The next version of the PinePhone to ship will be the PinePhone Mobian Community Edition. It goes up for pre-order from the Pine64 Store January 18.

Update: Its available for preorder now from the Pine64 Store.

It’ll sell for $150 and up and the phone will ship with the Debian-based Mobian operating system pre-installed.

The PinePhone is designed to be an inexpensive, hackable smartphone with support for a range of different operating systems, and previous Community Edition models have shipped with Ubuntu Touch, postmarketOS, and Manjaro operating systems pre-installed… although users are free to change the operating system.

Mobian is a GNU/Linux distribution that was founded last year to port the Debian operating system to run on mobile devices like the PinePhone.

The Mobian build that will ship with the PinePhone Mobian Community Edition uses a mainline Linux kernel with some patches to ensure support for the phone’s hardware and the Phosh user interface.

Like most mobile Linux projects, Mobian is still very much a work in progress. But it already supports all of the PinePhone’s key hardware including 4G LTE, WiFi, Bluetooth, GPS, cameras, and USB. You can use it to make phone calls, surf the web, install and run applications, and it supports deep sleep.

As with the past few Community Edition PinePhone models, the Mobian version will be available in two configurations:

  • 2GB RAM/16GB eMMC storage for $149
  • 3GB RAM/32GB eMMC storage + USB-C dock for $199

The USB-C dock gives you HDMI, Ethernet, and two USB-A ports, making it possible to connect the phone to an external display, mouse, keyboard or other accessories to run mobile or desktop apps on a larger screen and use your phone like a desktop computer.

PinePhone PinePhone Convergence Package
Display 5.95 inch
1440 x 720 pixel
IPS LCD
5.95 inch
1440 x 720 pixel
IPS LCD
Processor Allwinner A64
4 x ARM Cortex-A53 Cores @ 1.2 GHz
Mali-400 MP2 graphics
Allwinner A64
4 x ARM Cortex-A53
Mali-400 MP2 graphics
RAM 2GB LPDDR3 3GB LPDDR3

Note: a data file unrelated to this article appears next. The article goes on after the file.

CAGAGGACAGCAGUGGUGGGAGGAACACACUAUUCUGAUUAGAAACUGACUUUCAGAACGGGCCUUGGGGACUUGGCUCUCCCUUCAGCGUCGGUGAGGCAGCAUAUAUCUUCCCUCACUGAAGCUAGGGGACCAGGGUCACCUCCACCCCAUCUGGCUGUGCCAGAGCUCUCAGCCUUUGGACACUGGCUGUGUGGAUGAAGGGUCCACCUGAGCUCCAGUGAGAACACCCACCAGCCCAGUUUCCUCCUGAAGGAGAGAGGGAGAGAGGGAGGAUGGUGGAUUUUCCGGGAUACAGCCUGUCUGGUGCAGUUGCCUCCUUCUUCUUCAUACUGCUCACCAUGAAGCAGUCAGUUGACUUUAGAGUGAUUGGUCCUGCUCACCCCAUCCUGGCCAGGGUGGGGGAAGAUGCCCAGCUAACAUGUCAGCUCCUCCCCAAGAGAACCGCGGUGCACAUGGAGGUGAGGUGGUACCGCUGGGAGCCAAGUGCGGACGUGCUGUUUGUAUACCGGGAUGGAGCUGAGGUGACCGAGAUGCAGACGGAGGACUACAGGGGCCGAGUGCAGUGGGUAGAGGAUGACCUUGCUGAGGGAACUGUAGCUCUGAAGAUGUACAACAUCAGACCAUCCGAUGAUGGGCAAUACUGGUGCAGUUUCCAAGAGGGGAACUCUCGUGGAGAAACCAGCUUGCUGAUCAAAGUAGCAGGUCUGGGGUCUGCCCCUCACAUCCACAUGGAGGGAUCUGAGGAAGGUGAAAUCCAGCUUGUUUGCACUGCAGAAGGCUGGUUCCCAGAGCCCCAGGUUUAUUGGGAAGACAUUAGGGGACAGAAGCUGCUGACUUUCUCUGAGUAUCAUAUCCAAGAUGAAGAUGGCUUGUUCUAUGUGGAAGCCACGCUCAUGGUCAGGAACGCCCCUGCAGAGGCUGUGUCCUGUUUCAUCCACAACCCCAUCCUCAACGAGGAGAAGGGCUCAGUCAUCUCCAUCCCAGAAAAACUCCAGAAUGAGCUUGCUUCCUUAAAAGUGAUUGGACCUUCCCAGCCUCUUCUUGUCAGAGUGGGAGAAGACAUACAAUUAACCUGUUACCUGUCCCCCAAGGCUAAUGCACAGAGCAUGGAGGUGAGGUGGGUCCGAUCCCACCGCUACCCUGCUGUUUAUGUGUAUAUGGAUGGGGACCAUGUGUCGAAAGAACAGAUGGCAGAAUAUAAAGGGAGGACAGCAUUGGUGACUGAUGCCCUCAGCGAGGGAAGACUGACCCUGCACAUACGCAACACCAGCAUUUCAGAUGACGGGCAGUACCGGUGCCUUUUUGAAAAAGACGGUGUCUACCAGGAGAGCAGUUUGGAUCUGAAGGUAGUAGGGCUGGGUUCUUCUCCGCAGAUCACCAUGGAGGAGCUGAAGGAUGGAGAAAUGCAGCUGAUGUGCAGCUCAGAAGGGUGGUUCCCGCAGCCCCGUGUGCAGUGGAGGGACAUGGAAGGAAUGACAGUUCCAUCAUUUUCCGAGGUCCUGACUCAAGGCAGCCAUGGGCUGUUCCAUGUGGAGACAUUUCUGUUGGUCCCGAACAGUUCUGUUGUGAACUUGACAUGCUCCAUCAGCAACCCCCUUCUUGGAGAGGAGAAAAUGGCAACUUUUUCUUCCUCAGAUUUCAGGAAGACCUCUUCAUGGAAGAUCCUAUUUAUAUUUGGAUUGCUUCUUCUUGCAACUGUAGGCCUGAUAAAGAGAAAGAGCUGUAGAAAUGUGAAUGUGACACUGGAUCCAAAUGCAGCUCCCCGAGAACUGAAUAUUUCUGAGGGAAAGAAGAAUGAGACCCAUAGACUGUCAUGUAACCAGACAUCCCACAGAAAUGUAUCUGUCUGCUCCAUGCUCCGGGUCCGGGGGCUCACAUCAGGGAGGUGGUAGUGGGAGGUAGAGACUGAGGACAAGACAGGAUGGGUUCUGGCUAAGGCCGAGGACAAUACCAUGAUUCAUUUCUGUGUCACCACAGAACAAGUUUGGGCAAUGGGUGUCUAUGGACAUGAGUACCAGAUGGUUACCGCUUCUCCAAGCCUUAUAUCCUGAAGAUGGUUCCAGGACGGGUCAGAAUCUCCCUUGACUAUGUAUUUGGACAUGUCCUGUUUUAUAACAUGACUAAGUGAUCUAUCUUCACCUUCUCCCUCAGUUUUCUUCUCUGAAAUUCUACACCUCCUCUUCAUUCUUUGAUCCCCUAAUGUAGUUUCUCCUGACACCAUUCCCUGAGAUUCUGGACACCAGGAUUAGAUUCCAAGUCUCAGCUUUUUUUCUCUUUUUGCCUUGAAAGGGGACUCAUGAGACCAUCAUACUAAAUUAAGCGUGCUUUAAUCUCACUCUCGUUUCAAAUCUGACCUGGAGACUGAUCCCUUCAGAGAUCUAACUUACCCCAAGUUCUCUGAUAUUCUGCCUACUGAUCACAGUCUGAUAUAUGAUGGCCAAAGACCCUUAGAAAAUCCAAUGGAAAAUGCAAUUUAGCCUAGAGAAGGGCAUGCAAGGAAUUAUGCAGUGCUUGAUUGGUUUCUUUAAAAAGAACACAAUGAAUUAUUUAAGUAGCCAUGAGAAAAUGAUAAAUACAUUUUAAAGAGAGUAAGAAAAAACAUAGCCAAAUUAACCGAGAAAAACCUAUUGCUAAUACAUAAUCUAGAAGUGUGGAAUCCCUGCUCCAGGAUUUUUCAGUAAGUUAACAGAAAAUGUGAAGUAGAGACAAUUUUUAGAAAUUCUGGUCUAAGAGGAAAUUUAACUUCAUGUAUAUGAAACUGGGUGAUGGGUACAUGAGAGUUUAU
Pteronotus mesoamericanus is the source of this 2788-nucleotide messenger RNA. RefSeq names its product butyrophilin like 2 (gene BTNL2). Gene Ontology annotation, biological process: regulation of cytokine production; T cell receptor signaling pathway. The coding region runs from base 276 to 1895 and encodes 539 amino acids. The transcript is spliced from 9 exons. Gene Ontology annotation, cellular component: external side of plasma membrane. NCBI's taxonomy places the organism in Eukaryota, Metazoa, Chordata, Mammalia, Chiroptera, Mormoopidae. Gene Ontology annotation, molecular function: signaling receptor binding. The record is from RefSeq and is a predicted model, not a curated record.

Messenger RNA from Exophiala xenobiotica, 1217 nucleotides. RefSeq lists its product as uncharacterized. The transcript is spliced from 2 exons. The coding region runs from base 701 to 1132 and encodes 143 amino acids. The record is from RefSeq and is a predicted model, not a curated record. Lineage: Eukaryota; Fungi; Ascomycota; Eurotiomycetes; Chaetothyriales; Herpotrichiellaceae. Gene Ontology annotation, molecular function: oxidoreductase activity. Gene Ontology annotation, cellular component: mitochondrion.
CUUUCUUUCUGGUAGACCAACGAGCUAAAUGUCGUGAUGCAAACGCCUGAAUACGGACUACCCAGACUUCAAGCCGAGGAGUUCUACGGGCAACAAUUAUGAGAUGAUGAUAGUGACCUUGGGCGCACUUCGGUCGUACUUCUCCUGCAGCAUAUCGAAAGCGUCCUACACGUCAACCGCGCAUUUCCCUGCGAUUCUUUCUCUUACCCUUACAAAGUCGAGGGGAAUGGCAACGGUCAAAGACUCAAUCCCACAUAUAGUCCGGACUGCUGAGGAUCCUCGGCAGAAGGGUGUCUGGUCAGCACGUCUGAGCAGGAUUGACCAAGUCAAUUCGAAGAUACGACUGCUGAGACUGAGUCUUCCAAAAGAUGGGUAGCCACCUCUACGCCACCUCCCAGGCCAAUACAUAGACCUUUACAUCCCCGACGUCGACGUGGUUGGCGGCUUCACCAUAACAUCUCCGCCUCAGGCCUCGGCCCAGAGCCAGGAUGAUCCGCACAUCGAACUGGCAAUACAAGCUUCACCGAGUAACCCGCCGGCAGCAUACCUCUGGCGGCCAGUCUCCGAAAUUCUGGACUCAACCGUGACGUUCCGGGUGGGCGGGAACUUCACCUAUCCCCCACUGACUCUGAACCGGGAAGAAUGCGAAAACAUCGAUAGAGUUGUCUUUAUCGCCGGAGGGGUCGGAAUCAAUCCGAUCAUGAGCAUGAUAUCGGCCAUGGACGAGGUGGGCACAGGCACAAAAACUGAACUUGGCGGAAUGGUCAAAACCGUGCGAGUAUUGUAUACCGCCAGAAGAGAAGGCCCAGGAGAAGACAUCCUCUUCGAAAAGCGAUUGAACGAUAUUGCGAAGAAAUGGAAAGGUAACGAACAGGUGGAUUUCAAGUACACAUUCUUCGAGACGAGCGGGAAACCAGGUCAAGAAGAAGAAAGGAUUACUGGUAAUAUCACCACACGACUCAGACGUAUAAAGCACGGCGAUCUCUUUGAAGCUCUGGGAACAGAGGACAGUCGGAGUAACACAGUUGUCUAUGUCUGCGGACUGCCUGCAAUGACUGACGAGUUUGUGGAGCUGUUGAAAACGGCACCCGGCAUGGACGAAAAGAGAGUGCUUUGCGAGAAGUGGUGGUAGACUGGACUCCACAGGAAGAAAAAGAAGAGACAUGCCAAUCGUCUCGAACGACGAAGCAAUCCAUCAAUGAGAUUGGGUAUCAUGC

Storage 16GB eMMC
microSD (up to 2TB)
32GB eMMC
microSD (up to 2TB)
Wireless WiFi 4
Bluetooth 4.0
GPS
4G LTE (Quectel E-25G)
WiFi 4
Bluetooth 4.0
GPS
4G LTE (Quectel E-25G)
Ports USB-C
3.5mm audio
USB-C
3.5mm audio
Cameras 5MP rear
2MP front
5MP rear
2MP front
Battery 3,000 mAh (removable) 3,000 mAh (removable)
Charging 5V/3A 5V/3A
Sensors Accelerator
Gyroscope
Proximity
Compass
Ambient Light
Barometer
Accelerator
Gyroscope
Proximity
Compass
Ambient Light
Barometer
Buttons Power
Volume
Power
Volume
Hardware kill switches Modem
WiFi/Bluetooth
Microphone
Rear camera
Front camera
Headphone
Modem
WiFi/Bluetooth
Microphone
Rear camera
Front camera
Headphone
Dimensions 160.5 x 76.6 x 9.2mm 160.5 x 76.6 x 9.2mm
Weight 180 – 200 grams 180 – 200 grams
Included accessories N/A USB-C dock
Price $149 $199

via Mobian and Pine64

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4 Comments

  1. Brad…Thanks for the heads up on the Pinephone pre-order. I was going to order the KDE community version, but I’d rather have this one. Plus the KDE version is now sold out…smile.

    I have to tell you…I didn’t realize this site existed until today. I’ve made sure to put it in my bookmarks…

    My two interests in tech(at the moment) are linux smartphones and fanless mini pc’s. So…this site is right up my alley.

    While I do have some background in linux(I’ve been around just as long as Linus). I’ve never owned one of these Pinephones and I can’t afford the Librem phone, so this is my first adventure into purchasing a linux phone.

    I’m actually looking forward to going down this path…

    Best Regards,

    Steven B.

    1. Yep, after covering Linux phones from time to time for Liliputing, I noticed that the pace of development seemed to be picking up, and I wanted to take a closer look, so last fall I purchased a postmarketOS Community Edition and I’ve been flashing different distros on an SD card ever since. I’m not ready to move from Android full time just yet, but it’s been fun watching Linux phones get more and more usable with every software release.

  2. I’m looking forward to this! I’d love to get away from some of the overreaching tech companies and enjoy working with Linux systems.

  3. I keep thinking about buying one of these, but honestly my old OnePlus3 is still a better phone than any of the open source offerings I’ve seen.
    Maybe in a couple years someone will bring out a Linux phone with slightly better hardware?

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